Mary Hayes, 92, (Tla-o-qui-aht) asked to speak later that morning. She related some family history, one that connects her and her family to several other Nuu-chah-nulth families. According to Hayes there were once 10 sisters; one, she said, married into the Shewish family of Tseshaht and another, the George family of Ahousaht.
Many people don’t know this history and it is important to know, she said, because it is for this reason, the family connections, that everyone shared.
Haldane updated the table on recent events. Prime Minister Stephan Harper has appointed Chuck Strahl as the new Minister of Indian and Northern Affairs. With Minister Jim Prentice gone, NTC leadership said it is important that the Unity Protocol group press for progress on changing treaty negotiation mandates with Strahl. The six key issues of the unity protocol: certainty, constitutional status of lands, governance, co-management throughout traditional territories, fiscal relations, and fisheries are still priorities, said Corfield.
Point expressed disappointment that former Indian Affairs minister Prentice no longer holds the portfolio, given the fact that some progress was made with him. She reminded the table of ‘radical’ remarks Strahl once made in his opposition to things like the so-called ‘race-based’ fisheries.
Haldane read out a motion regarding the establishment of a common table to address barriers in treaty negotiations:
· That the chiefs in assembly support the concept of a common table proposed by the Unity Protocol First Nations where Canada, British Columbia and participating Unity Protocol First Nations can negotiate and develop options in a collective manner to overcome barriers in the six key identified areas, and others that may be agreed upon that are impediments to the conclusion of honorable treaties in B.C.;
· That the chiefs in assembly direct the task group to support the establishment of a common table and to advocate for this with Canada and British Columbia through the principles table, leadership council meetings and all other available mechanisms.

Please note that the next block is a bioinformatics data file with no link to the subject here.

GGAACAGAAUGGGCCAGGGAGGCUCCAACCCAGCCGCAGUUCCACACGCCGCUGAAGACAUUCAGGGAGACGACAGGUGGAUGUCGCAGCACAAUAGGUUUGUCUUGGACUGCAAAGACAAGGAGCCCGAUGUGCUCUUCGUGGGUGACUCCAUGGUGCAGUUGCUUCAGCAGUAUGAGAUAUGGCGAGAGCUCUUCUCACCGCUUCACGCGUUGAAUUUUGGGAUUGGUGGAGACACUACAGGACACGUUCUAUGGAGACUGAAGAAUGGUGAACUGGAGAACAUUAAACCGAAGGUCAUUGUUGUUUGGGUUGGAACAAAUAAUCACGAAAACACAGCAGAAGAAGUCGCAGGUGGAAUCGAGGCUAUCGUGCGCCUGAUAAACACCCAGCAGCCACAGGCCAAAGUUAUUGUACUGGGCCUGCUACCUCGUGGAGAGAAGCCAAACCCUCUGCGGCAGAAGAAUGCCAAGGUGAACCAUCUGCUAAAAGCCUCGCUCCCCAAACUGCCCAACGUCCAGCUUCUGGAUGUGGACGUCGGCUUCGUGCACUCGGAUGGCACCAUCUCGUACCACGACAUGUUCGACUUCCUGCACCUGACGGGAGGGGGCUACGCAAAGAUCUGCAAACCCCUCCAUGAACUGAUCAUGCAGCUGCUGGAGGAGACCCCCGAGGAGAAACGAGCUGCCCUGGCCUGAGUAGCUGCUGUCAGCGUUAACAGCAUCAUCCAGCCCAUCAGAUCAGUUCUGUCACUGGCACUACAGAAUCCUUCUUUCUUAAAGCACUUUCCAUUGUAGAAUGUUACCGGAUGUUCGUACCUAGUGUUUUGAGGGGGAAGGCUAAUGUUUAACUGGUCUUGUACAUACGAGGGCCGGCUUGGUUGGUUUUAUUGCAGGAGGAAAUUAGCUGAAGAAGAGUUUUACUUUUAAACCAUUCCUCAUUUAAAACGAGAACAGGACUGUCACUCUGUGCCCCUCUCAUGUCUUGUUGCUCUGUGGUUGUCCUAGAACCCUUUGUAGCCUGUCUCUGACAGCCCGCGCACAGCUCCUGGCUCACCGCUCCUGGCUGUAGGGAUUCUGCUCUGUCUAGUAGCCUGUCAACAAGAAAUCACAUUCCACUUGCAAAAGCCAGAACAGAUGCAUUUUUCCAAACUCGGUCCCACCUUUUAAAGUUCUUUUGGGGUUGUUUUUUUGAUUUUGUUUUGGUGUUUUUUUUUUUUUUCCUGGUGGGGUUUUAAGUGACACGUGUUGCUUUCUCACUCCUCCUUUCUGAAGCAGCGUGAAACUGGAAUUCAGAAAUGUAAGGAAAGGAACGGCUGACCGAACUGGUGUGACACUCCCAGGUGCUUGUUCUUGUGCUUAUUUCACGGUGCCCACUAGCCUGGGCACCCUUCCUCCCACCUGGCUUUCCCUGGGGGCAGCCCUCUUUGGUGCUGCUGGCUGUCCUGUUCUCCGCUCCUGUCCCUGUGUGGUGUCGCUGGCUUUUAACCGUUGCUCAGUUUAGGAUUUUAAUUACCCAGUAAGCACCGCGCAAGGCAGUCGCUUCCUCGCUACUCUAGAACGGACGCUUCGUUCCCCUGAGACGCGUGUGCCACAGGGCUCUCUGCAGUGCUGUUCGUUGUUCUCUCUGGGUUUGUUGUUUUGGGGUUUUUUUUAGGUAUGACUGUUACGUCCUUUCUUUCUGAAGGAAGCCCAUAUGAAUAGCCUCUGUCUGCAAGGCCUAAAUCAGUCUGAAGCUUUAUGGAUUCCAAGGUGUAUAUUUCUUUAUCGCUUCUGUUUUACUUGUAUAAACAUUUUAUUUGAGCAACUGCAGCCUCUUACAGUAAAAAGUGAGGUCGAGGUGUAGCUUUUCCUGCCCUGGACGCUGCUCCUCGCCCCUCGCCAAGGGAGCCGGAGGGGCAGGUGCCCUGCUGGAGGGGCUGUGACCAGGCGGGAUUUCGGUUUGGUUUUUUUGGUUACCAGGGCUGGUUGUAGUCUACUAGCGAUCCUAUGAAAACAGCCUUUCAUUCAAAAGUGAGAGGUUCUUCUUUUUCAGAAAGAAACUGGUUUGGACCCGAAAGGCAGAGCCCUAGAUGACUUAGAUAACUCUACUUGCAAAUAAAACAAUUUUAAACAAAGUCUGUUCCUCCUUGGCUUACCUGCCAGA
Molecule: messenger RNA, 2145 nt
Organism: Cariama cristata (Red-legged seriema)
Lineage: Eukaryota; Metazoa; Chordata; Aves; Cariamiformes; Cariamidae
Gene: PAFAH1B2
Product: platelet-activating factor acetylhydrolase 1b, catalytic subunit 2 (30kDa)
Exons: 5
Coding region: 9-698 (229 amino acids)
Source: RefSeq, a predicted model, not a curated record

Gillian Saxby delivered a presentation on land-use planning later that afternoon.
Land use plans, she said, include detailed maps and can be used for governing purposes. Comprehensive community planning addresses sustainability, self-sufficiency and improved capacity and is a community-based process.
She offered suggestions to help delegates get started in land-use planning, including how to access funding. She responded to several questions following her presentation.
Robert Phillips, a commissioner of the British Columbia Treaty Commission (BCTC), was on hand to outline his role and responsibilities to the table.
Former commissioner Steven Point, he said, was named Lieutenant Governor of British Columbia, which means the BCTC needed to name a new chief commissioner. Phillips’ role is to help First Nations in treaty work through any treaty-related issues. He could do this by acting as an observer or he could take a more active role as an intermediary.
He sits at all Nuu-chah-nulth treaty tables, but his role is neutral.
The BCTC will continue to push for a process that can facilitate resolution of overlap issues.
Phillips noted that some First Nations around the province are entering side agreements with the government on land use.
“In my opinion these are positive steps toward treaty; it’s developing the government-to-government relationship First Nations are looking for in their treaty,” he said.
By Denise Titian